Smokers report lower intake of key nutrients than nonsmokers, yet both fall short of meeting recommended intakes

Susan K. Raatz, Lisa Jahns, Lu Ann K. Johnson, Angela Scheett, Alicia Carriquiry, Andrine Lemieux, Motohiro Nakajima, Mustafa al'Absi

Research output: Contribution to journalArticlepeer-review

7 Scopus citations

Abstract

Smoking is a major risk factor in the development of preventable disease which may be due to a poorer diet and the reduced nutrient intake of smokers. Our objective was to compare and evaluate the reported intake of current smokers with that of nonsmokers among participants of a study evaluating stress and smoking. We hypothesized (1) that overall energy and nutrient intake would be reduced in smokers compared with nonsmokers and (2) that smokers would have increased noncompliance with Dietary Reference Intakes (DRIs). Men and women (smokers n = 138, nonsmokers n = 46) completed a 3-day diet record at baseline. Mean energy and nutrient intakes were stratified by smoking status and compared with DRI levels. The mean body mass index was 28.3 ± 0.5 kg/m2 for smokers and 27.2 ± 1.0 kg/m2 for nonsmokers. Compared with nonsmokers, the smokers reported lower intakes of energy, total polyunsaturated fatty acids, linolenic acid, docosahexaenoic acid, total sugars, calcium, iron, magnesium, phosphorus, potassium, vitamin C, riboflavin, niacin, pantothenic acid, vitamin B6, folate, vitamin A, and vitamin E. Smokers reported reduced compliance with the DRIs for iron, phosphorus, vitamin C, riboflavin, and folate compared with nonsmokers. Unlike other evaluations of smokers vs nonsmokers, we observed no difference in body weight between groups. Smokers and nonsmokers alike reported dietary intakes lower than the DRIs for many nutrients. However, the reported nutrient intake of the smokers was substantially lower than nonsmokers for key nutrients, and they were more likely to not comply with the DRIs for essential nutrients, placing them at increased risk of chronic disease.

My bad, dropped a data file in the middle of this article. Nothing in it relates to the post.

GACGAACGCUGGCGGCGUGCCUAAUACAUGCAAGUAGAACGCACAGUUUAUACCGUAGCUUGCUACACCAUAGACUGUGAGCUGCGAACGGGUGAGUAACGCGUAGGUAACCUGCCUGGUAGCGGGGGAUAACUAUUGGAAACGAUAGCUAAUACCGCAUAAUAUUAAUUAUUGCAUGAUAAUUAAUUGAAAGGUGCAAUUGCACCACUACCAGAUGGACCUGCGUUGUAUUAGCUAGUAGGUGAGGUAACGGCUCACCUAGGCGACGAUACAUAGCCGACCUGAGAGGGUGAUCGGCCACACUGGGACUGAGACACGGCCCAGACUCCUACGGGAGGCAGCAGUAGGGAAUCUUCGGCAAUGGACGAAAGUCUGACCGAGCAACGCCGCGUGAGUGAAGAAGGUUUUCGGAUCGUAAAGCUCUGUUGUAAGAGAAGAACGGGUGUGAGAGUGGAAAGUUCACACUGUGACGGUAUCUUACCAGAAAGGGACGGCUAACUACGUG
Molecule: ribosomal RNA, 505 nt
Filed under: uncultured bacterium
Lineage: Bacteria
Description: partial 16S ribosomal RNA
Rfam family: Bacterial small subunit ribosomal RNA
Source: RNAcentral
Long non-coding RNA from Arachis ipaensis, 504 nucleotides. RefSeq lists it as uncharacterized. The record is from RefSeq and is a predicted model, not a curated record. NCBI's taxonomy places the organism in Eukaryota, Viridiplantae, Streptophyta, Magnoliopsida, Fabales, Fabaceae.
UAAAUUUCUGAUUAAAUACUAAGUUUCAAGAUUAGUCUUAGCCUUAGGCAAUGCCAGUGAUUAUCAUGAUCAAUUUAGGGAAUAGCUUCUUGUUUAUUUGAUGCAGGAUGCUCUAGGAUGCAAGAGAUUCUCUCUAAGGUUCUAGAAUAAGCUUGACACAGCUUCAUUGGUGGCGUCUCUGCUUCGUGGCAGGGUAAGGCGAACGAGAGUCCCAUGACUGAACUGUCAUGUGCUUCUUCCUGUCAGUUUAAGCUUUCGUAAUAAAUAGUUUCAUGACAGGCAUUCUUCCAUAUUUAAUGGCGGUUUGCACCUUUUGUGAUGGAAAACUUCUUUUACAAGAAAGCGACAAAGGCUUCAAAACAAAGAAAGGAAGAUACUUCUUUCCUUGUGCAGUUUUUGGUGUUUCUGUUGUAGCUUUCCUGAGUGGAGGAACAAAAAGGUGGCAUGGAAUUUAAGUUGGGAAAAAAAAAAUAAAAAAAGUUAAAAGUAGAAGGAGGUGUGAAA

Original languageEnglish (US)
Pages (from-to)30-37
Number of pages8
JournalNutrition Research
Volume45
DOIs
StatePublished - Sep 2017

Bibliographical note

Funding Information:
The authors would like to thank the participants in the study. Special thanks to Jie Gooder, Leif Olson, Elizabeth Ford, and Alyssa Wojciechowski for managing the DR data on Nutrihand.com. This work was supported by the United States Department of Agriculture (SKR, project number 3062-51000-053-00D) (LJ, project number 3062-51000-051-00D) and the National Institutes of Health (AL, MN, and MA grant numbers R01DA016351 and R01DA027232). MA was responsible for the design of the primary project. SR, MA, and MN were involved in the design and implementation of the data presented in this manuscript. AL and MN provided the data management. LAJ and AC performed the statistical analysis. SR, LJ, and AS performed the data evaluation. SR prepared the manuscript, and all authors were involved in its review and approved the final version of the manuscript.

Keywords

  • Diet records
  • Dietary intake
  • Nonsmoking
  • Nutrient intake
  • Smoking

Fingerprint Dive into the research topics of 'Smokers report lower intake of key nutrients than nonsmokers, yet both fall short of meeting recommended intakes'. Together they form a unique fingerprint.

Cite this